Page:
1 Introduction

Abstract

A fundamental goal in network neuroscience is to understand how activity in one region drives activity elsewhere, a process referred to as effective connectivity. Here we propose to model this causal interaction using integro-differential equations and causal kernels that allow for a rich analysis of effective connectivity. The approach combines the tractability and flexibility of autoregressive modeling with the biophysical interpretability of dynamic causal modeling. The causal kernels are learned nonparametrically using Gaussian process regression, yielding an efficient framework for causal inference. We construct a novel class of causal covariance functions that enforce the desired properties of the causal kernels, an approach which we call GP CaKe. By construction, the model and its hyperparameters have biophysical meaning and are therefore easily interpretable. We demonstrate the efficacy of GP CaKe on a number of simulations and give an example of a realistic application on magnetoencephalography (MEG) data.

\DisableLigatures

[f]encoding = *, family = *

GP CaKe: Effective brain connectivity with causal kernels


Luca Ambrogioni1, Max Hinne1, Marcel van Gerven1 and Eric Maris1

1 Radboud University, Donders Institute for Brain, Cognition and Behaviour, Nijmegen, The Netherlands

* l.ambrogioni@donders.ru.nl

1 Introduction

In recent years, substantial effort was dedicated to the study of the network properties of neural systems, ranging from individual neurons to macroscopic brain areas. It has become commonplace to describe the brain as a network that may be further understood by considering either its anatomical (static) scaffolding, the functional dynamics that reside on top of that or the causal influence that the network nodes exert on one another [1, 2, 3]. The latter is known as effective connectivity and has inspired a surge of data analysis methods that can be used to estimate the information flow between neural sources from their electrical or haemodynamic activity[2, 4]. In electrophysiology, the most popular connectivity methods are variations on the autoregressive (AR) framework  [5]. Specifically, Granger causality (GC) and related methods, such as partial directed coherence and directed transfer function, have been successfully applied to many kinds of neuroscientific data [6, 7]. These methods can be either parametric or non-parametric, but are not based on a specific biophysical model [8, 9]. Consequently, the connectivity estimates obtained from these methods are only statistical in nature and cannot be directly interpreted in terms of biophysical interactions [10]. This contrasts with the framework of dynamic causal modeling (DCM), which allows for Bayesian inference (using Bayes factors) with respect to biophysical models of interacting neuronal populations [11]. These models are usually formulated in terms of either deterministic or stochastic differential equations, in which the effective connectivity between neuronal populations depends on a series of scalar parameters that specify the strength of the interactions and the conduction delays [12]. DCMs are usually less flexible than AR models since they depend on an appropriate parametrization of the effective connectivity kernel, which in turn depends on detailed prior biophysical knowledge or Bayesian model comparison.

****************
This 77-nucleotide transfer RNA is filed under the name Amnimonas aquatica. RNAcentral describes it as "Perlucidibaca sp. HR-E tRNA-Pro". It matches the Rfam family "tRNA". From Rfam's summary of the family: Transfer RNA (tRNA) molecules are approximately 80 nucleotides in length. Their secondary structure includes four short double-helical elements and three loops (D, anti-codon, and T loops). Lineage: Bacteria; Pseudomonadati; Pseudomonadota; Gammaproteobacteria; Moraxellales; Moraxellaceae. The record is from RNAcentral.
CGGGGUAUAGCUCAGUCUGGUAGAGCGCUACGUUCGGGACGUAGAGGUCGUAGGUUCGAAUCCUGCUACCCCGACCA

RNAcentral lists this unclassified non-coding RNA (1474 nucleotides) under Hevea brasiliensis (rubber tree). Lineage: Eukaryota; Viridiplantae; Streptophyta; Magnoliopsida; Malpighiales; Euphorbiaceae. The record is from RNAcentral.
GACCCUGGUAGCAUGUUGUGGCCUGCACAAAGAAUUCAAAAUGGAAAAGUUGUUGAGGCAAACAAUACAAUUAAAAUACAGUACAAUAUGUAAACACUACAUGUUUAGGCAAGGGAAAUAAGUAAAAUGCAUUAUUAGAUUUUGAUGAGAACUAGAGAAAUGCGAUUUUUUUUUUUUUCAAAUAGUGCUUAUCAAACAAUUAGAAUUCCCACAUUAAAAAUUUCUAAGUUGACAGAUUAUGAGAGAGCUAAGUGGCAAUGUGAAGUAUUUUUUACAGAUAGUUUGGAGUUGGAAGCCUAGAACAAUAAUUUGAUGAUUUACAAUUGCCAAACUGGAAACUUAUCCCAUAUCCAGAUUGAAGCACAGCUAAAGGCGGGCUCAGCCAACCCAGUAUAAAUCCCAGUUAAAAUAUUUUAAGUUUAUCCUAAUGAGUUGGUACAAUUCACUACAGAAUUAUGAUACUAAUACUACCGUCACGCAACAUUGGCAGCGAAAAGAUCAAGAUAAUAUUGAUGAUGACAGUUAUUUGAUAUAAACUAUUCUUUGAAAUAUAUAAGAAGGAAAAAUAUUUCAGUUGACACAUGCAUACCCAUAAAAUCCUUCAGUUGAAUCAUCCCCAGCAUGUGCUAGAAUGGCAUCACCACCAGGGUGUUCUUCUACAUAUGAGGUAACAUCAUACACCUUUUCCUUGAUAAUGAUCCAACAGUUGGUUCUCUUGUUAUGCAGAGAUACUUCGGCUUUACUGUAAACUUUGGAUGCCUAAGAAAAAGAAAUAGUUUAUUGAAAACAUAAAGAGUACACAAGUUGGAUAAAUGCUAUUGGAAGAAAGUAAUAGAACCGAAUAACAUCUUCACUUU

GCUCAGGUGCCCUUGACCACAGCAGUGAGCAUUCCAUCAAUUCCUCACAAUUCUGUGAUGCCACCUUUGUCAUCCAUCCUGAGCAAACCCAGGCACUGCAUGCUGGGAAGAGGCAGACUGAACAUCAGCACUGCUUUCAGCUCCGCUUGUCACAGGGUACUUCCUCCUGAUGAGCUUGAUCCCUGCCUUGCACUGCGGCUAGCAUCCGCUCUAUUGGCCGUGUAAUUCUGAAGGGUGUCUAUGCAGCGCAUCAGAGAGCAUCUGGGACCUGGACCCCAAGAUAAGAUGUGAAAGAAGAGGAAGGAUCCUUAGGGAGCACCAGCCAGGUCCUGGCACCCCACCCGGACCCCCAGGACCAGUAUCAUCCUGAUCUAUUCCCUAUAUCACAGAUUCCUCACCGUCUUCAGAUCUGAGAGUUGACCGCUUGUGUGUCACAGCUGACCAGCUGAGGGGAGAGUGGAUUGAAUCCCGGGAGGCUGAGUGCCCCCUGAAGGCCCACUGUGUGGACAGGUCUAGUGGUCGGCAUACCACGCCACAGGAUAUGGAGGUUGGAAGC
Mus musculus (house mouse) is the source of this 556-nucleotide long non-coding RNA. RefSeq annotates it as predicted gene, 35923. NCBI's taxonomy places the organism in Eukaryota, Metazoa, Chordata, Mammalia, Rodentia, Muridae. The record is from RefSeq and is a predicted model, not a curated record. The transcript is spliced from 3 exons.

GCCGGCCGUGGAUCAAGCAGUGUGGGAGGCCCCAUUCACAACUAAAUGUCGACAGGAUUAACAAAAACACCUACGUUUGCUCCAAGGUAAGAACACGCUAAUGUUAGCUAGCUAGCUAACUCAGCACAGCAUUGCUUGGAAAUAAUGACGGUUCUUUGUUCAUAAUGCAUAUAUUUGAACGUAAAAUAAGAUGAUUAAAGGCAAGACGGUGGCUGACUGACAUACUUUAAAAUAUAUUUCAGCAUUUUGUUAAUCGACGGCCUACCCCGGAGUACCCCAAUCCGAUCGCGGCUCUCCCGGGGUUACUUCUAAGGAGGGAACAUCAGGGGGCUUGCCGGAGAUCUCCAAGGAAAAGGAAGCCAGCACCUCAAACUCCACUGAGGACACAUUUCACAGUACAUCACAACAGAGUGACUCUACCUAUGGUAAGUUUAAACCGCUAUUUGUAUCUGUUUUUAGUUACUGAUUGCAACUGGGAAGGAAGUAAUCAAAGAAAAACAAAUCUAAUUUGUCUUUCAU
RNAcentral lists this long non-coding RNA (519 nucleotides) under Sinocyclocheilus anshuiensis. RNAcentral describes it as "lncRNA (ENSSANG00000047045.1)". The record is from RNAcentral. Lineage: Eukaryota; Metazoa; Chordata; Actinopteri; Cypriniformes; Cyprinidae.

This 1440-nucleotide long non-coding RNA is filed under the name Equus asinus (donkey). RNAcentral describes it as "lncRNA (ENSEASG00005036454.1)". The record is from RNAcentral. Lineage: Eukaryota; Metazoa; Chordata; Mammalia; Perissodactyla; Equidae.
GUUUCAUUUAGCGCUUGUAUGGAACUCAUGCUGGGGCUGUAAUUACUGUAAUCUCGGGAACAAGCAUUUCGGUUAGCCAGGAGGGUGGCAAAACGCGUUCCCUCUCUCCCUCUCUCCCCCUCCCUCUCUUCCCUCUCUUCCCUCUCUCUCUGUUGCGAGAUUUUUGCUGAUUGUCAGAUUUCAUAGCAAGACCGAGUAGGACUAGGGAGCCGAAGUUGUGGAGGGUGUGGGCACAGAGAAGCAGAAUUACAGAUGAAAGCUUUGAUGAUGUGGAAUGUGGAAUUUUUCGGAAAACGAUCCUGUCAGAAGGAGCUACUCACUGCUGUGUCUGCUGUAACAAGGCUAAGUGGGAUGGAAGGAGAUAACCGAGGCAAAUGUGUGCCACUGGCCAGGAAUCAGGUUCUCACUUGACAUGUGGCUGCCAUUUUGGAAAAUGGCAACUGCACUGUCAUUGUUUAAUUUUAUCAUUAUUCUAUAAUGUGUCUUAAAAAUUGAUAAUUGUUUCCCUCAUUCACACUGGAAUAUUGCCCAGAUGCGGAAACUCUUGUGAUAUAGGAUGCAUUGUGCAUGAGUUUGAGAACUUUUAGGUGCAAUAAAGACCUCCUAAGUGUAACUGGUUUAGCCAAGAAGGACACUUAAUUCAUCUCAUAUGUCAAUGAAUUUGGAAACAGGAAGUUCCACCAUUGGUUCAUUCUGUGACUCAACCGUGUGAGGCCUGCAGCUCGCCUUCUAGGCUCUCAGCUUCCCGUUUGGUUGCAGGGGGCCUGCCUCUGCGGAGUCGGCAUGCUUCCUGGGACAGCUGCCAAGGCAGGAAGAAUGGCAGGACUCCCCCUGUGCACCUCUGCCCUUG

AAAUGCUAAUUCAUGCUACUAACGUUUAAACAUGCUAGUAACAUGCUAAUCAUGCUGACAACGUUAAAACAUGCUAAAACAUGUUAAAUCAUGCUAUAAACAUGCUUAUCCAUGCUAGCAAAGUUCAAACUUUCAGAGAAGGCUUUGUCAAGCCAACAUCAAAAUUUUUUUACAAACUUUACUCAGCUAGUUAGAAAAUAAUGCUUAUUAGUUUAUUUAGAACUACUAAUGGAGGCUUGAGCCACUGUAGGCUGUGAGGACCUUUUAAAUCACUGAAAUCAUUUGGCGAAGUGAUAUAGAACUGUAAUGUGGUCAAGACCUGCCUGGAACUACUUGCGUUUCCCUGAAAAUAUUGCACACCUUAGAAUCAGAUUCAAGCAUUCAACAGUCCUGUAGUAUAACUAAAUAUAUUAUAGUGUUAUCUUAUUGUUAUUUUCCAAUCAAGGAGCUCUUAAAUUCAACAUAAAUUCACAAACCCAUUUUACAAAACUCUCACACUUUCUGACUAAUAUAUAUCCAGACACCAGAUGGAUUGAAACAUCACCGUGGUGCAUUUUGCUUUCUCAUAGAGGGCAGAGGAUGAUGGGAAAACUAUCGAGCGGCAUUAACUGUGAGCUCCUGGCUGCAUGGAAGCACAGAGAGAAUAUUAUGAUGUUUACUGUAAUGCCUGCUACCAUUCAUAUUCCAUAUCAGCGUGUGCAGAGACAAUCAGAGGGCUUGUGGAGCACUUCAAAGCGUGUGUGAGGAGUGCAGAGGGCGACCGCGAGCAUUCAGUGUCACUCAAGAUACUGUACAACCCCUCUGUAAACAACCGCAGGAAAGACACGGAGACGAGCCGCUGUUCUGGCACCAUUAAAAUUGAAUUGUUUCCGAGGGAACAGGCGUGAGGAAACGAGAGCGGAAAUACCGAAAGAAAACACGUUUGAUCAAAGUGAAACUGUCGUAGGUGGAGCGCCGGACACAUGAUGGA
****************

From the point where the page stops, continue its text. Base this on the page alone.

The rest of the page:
In this paper, we introduce a new method that is aimed to bridge the gap between biophysically inspired models, such as DCM, and statistical models, such as AR, using the powerful tools of Bayesian nonparametrics [13]. We model the interacting neuronal populations with a system of stochastic integro-differential equations. In particular, the intrinsic dynamic of each population is modeled using a linear differential operator while the effective connectivity between populations is modeled using causal integral operators. The differential operators can account for a wide range of dynamic behaviors, such as stochastic relaxation and stochastic oscillations. While this class of models cannot account for non-linearities, it has the advantage of being analytically tractable. Using the framework of Gaussian process (GP) regression, we can obtain the posterior distribution of the effective connectivity kernel without specifying a predetermined parametric form. We call this new effective connectivity method Gaussian process Causal Kernels (GP CaKe). The GP CaKe method can be seen as a nonparametric extension of linear DCM for which the exact posterior distribution can be obtained in closed-form without resorting to variational approximations. In this way, the method combines the flexibility and statistical simplicity of AR modeling with the biophysical interpretability of a linear DCM.